Tennis - Knights
Douglas Weisman | profile
Douglas joined the Salisbury School faculty in 2011 after teaching science at public schools in Falls Village, CT, a suburb of Seattle and at a school for Tibetan refugees in northern India. Specialties during those years were developing programs in pre-engineering, units in materials science and structures, curriculum in earth science and in physics. His degrees include a bachelor of science degree in Mechanical Engineering and a master's degree in Secondary Science Education. He holds Connecticut teaching certification in physics, general science, math and educational leadership. Before taking over the Chemistry lab at Salisbury, Douglas tutored in the evenings here for three years (chemistry and physics), getting to know the students and the school community. It was at that time that he decided to make Salisbury his professional home as soon as the opportunity arose.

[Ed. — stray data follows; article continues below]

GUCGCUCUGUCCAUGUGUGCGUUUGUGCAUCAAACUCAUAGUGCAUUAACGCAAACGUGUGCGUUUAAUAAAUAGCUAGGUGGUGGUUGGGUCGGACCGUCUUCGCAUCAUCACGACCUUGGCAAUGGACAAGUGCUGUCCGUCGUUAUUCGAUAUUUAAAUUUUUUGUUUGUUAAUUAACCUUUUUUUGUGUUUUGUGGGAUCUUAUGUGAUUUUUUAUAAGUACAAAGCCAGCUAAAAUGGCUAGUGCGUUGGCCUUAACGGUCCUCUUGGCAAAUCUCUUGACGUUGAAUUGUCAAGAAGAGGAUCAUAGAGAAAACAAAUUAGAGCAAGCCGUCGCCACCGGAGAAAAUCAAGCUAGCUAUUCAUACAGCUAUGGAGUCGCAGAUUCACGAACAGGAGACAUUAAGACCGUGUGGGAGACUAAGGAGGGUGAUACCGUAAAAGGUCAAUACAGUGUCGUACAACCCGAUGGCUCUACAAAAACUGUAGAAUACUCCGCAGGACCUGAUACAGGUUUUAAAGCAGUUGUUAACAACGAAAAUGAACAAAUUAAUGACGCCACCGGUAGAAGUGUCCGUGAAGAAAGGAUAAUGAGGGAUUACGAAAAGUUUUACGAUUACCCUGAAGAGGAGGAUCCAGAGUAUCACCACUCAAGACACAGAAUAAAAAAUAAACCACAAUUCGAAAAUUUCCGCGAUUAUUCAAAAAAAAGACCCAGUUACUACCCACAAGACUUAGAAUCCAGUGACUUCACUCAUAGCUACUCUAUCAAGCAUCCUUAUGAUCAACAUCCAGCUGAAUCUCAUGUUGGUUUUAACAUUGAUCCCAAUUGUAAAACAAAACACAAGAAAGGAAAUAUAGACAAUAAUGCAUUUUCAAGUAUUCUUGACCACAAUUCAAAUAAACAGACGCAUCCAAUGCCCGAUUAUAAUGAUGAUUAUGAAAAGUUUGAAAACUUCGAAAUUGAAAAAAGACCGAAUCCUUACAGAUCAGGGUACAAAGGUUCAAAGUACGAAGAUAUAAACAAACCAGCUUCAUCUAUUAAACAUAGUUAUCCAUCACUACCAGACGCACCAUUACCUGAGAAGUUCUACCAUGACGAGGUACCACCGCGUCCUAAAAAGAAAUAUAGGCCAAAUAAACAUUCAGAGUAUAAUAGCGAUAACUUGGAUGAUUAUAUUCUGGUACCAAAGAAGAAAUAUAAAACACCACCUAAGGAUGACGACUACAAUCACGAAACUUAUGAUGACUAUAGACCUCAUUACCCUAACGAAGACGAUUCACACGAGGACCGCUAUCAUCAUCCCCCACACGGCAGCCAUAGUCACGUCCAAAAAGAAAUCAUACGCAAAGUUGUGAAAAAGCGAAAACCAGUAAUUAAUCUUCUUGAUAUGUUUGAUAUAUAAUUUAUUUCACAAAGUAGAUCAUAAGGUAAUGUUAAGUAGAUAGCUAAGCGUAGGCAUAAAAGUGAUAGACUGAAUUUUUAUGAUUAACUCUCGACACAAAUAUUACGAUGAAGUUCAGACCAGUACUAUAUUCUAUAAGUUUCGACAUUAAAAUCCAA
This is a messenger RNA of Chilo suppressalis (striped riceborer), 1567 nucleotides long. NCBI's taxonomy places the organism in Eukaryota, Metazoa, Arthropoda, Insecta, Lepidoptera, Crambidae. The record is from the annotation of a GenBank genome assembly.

The main idea that underlies Douglas' work with students is that learning science is essentially a quest to understand our world - and our place in it. It's more about asking questions than it is about answers. Skills and process are more important than facts. Asking questions and making connections. The chemistry classroom is a vehicle for understanding the food we eat, the materials and resources that we use daily, the air we breathe and issues confronting citizens, consumers and world leaders. Our decisions should be informed by that understanding.